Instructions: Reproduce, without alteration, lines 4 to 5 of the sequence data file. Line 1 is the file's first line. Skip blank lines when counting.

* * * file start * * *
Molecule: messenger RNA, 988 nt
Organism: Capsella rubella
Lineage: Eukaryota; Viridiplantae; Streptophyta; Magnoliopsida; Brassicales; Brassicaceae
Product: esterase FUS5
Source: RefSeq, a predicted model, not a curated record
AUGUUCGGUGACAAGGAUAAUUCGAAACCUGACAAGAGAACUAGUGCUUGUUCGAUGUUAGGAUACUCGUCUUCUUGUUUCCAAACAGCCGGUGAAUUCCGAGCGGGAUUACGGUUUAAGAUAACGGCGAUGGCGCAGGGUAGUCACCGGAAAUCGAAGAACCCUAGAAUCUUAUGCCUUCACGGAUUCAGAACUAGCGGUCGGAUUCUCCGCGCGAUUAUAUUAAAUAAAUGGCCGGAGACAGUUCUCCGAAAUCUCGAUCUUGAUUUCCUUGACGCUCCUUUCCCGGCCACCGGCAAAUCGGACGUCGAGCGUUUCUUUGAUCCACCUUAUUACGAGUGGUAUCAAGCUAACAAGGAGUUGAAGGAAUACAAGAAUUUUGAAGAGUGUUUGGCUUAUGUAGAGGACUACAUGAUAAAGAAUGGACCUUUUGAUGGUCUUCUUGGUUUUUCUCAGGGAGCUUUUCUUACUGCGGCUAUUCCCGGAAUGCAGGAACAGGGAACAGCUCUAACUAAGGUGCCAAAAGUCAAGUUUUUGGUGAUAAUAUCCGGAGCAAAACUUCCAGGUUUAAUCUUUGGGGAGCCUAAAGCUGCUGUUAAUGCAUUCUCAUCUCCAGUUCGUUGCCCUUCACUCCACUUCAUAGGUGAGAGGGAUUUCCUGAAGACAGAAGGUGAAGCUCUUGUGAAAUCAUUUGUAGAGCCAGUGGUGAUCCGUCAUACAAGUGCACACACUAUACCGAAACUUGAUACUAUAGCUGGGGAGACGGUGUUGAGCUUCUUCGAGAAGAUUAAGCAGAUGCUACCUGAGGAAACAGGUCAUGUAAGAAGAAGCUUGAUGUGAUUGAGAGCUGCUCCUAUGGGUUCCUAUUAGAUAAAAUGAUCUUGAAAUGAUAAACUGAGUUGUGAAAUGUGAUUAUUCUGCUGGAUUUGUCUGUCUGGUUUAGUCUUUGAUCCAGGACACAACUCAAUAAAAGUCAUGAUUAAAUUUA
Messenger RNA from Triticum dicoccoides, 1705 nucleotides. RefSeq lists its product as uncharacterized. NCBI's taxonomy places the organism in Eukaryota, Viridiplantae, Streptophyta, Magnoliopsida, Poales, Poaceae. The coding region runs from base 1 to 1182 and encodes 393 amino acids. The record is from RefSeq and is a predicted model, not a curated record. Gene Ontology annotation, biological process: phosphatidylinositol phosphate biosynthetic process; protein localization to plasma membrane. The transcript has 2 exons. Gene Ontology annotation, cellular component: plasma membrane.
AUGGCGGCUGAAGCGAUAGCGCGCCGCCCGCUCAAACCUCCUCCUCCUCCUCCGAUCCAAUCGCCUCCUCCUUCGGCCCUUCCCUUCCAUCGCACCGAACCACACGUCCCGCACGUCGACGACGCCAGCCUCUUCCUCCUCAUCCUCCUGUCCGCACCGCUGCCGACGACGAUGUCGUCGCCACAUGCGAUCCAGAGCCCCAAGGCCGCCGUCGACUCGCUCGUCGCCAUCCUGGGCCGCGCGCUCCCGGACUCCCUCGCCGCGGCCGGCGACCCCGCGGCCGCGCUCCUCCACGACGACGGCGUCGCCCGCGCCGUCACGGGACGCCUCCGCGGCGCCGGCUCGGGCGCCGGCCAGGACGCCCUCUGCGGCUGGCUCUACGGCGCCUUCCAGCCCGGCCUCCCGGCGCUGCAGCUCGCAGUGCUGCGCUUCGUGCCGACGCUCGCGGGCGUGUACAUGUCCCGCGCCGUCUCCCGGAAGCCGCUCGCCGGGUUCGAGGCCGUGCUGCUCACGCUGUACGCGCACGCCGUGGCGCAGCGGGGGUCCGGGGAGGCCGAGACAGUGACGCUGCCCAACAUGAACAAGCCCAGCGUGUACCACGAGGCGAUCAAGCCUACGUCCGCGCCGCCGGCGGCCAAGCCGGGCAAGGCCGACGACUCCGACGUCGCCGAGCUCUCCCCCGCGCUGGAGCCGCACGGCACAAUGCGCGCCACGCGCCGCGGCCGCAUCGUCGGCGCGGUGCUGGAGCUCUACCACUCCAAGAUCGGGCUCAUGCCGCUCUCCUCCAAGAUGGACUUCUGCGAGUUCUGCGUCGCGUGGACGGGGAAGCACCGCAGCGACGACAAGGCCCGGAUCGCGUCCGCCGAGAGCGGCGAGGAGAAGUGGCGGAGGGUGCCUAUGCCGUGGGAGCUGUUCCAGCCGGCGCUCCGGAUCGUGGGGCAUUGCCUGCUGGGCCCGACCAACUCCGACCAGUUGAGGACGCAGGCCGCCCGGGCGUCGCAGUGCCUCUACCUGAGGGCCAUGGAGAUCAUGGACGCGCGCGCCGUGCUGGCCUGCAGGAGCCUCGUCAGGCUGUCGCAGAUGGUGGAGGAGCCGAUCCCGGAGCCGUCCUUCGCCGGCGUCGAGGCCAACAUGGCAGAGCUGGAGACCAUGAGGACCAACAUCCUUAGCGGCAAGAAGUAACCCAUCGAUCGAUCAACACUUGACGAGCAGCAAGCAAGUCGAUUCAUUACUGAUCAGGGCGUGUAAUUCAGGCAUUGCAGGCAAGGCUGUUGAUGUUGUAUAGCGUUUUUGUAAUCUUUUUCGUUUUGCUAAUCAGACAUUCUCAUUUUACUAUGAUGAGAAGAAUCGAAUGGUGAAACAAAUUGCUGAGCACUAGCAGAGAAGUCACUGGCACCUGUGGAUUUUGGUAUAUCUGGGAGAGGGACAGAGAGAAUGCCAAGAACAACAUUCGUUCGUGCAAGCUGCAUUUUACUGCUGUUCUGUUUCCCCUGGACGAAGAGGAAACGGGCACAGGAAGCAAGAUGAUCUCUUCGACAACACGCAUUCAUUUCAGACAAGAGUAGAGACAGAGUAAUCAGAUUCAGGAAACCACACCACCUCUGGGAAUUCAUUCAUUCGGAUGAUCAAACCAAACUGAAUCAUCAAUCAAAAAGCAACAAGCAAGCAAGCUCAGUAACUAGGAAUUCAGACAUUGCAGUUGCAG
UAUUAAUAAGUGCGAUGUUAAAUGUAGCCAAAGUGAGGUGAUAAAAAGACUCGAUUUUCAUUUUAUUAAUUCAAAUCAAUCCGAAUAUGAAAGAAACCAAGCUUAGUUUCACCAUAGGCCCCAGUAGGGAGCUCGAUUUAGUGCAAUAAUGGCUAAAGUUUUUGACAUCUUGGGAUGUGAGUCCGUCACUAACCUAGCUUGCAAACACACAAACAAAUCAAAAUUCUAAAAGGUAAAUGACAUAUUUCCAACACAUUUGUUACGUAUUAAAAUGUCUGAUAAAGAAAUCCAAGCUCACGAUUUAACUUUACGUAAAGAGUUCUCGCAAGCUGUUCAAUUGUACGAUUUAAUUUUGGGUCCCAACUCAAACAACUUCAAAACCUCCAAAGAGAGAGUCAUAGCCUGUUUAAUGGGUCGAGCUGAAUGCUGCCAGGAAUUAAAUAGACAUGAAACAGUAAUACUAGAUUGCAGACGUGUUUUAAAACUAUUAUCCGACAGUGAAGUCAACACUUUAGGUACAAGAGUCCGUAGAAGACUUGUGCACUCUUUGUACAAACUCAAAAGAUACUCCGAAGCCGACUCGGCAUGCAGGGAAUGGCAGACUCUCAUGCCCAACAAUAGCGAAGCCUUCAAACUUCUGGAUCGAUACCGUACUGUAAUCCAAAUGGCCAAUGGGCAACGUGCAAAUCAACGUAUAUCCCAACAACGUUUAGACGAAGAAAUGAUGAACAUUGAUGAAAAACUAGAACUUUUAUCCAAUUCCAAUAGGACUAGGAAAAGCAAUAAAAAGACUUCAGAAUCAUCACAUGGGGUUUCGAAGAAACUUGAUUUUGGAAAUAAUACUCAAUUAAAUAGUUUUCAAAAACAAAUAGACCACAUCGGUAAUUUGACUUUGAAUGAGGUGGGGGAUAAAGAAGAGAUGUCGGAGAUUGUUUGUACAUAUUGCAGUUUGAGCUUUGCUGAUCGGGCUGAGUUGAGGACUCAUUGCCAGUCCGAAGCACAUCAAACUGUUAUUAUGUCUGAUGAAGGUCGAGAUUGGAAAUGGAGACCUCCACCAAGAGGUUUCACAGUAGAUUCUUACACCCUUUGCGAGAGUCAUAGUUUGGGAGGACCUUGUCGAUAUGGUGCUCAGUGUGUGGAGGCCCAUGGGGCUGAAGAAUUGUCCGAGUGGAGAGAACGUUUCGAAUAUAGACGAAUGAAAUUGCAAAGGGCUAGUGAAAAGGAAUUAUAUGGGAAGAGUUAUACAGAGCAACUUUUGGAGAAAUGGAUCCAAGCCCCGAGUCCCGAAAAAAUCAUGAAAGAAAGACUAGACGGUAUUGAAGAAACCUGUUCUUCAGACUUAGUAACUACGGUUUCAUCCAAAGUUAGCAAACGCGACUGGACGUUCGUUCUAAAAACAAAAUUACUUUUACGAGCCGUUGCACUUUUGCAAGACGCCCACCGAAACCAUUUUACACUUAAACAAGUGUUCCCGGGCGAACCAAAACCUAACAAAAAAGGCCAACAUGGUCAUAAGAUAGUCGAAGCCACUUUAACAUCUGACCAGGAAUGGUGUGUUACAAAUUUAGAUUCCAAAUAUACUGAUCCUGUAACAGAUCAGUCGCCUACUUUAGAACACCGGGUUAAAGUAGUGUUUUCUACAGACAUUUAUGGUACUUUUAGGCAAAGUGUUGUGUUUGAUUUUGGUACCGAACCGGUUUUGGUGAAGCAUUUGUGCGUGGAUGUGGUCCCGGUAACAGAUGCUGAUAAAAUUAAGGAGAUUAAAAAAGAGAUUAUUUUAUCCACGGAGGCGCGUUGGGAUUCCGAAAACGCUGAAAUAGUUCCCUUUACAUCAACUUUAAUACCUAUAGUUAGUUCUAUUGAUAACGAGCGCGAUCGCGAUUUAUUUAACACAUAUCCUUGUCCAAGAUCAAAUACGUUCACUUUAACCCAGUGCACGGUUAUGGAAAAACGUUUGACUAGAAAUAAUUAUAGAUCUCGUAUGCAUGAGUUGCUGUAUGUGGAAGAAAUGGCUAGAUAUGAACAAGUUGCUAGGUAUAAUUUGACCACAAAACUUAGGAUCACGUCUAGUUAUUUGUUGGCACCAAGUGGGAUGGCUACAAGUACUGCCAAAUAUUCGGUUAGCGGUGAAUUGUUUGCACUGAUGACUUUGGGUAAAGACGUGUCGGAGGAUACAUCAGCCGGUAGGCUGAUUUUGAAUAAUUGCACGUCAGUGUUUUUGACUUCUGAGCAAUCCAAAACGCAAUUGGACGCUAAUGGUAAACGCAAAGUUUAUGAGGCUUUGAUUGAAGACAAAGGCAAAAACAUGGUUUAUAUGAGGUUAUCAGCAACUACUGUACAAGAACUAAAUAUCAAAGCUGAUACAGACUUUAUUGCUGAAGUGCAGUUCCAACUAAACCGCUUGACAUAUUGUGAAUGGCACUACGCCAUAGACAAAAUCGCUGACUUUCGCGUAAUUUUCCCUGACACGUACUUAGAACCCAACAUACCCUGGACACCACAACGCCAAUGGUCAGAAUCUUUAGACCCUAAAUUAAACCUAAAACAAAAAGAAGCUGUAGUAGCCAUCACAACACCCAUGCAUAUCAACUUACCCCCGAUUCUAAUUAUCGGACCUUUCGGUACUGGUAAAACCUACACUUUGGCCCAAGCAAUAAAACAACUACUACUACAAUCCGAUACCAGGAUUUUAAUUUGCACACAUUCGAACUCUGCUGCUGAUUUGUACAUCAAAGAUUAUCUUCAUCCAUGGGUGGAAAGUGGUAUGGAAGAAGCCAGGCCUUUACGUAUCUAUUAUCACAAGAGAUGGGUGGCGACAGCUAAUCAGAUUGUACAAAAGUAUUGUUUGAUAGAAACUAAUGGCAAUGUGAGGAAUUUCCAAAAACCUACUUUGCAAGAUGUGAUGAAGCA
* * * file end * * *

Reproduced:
Product: esterase FUS5
Source: RefSeq, a predicted model, not a curated record